I want to tell you about my friend Joe. It was the winter of 2007, and a lot of us who had just come back from the war were receiving letters from the Pentagon, calling us “involuntarily” back to service in our volunteer military. The Iraq Surge was beginning, and the country needed more troops.
My friend Joe was honorably discharged after four years of service in the Marines, including two long tours in Iraq, and was on his way to Columbia for graduate school when he received that same notice. But he had to make just one phone call, and utter only two words, to get out of returning to war: “I’m gay.”
To do so made all the sense in the world. Joe came out of the closet when he got out of the Marine Corps, finally able to admit a fundamental truth about himself that he’d come to terms with during his final years in the service. Why not use that fact—not an excuse—to allow him to start graduate school as he intended? With two tours under his belt, he had surely done his time.
Joe thought long and hard about the decision—I know, because he called me and we talked about it a lot. I faced returning for another tour rather than starting graduate school as well, but I didn’t have a life I would have to keep hidden in order to put on my uniform again.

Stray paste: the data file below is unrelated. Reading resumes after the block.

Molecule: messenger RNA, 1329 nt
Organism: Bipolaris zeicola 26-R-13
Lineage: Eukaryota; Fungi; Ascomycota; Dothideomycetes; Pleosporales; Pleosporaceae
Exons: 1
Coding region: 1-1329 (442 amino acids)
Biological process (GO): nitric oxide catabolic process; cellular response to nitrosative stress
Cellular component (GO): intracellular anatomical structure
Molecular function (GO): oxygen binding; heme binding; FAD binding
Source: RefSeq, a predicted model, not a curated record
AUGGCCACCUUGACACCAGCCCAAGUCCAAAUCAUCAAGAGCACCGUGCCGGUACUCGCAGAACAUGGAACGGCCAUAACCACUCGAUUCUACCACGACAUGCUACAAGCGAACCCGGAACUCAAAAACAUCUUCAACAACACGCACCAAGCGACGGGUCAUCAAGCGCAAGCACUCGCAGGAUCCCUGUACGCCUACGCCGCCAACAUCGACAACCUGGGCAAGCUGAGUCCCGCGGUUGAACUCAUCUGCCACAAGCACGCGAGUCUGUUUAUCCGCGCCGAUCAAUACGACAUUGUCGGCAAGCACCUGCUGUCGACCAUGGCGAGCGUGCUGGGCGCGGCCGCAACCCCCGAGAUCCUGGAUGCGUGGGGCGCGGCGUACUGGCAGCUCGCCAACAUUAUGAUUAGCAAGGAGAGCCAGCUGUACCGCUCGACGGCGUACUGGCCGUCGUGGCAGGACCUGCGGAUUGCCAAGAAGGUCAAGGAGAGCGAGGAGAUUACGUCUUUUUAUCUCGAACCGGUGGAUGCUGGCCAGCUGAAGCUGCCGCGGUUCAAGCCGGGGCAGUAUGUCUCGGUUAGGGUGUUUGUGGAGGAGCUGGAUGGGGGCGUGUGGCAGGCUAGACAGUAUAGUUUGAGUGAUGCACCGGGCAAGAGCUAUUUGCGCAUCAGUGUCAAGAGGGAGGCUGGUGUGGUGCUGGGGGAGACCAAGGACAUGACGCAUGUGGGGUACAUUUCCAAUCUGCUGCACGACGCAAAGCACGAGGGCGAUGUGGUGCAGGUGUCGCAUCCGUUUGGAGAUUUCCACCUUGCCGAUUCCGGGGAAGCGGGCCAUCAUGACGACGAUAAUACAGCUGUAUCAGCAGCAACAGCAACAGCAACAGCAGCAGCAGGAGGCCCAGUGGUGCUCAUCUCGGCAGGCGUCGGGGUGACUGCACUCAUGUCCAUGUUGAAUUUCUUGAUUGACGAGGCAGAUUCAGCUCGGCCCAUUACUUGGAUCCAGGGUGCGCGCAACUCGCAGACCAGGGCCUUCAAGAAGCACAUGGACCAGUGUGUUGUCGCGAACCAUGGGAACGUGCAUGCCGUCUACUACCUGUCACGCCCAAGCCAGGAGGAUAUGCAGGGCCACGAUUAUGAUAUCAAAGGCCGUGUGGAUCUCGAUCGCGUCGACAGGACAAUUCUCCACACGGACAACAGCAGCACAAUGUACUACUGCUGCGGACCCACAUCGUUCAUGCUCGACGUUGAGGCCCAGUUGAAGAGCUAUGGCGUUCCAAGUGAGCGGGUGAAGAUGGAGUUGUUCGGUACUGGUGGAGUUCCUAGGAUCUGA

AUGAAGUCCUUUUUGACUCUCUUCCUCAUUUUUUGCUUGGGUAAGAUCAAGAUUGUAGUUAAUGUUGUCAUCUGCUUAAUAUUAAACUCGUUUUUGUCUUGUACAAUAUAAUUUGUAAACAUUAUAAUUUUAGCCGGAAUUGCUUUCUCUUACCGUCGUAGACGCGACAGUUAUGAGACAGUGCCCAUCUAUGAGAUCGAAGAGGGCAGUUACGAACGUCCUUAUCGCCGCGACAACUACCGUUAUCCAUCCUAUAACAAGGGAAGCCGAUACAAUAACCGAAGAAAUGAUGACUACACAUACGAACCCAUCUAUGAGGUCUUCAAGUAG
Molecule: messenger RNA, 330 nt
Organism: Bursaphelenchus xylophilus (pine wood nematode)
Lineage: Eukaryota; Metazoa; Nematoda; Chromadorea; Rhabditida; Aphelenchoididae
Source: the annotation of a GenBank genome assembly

So what did my friend Joe do? He called the Marine Corps and he said he would go. When millions of Americans who had never served could have gone instead, Joe said he didn’t want anyone to serve in his place. He hid a fundamental part of who he is to do another tour in Afghanistan. His officer evaluation from the period states that he “is an example for others to emulate,” and his dedication to service has been an inspiration to me.
We’ve come a long way. Don’t Ask Don’t Tell is gone, and state laws preventing marriage equality are toppling like dominos. Today we mark 10 years of marriage equality in Massachusetts. We are lucky to live in a state that leads the nation, like it does on so many issues, in guaranteeing equal rights for all.
But we have more work to do. My friend Joe still can’t get married in 33 states, and businesses are still allowed to discriminate based on sexual orientation. This is an issue whose time has come—marriage equality is the civil rights fight of our generation. Let’s get it done.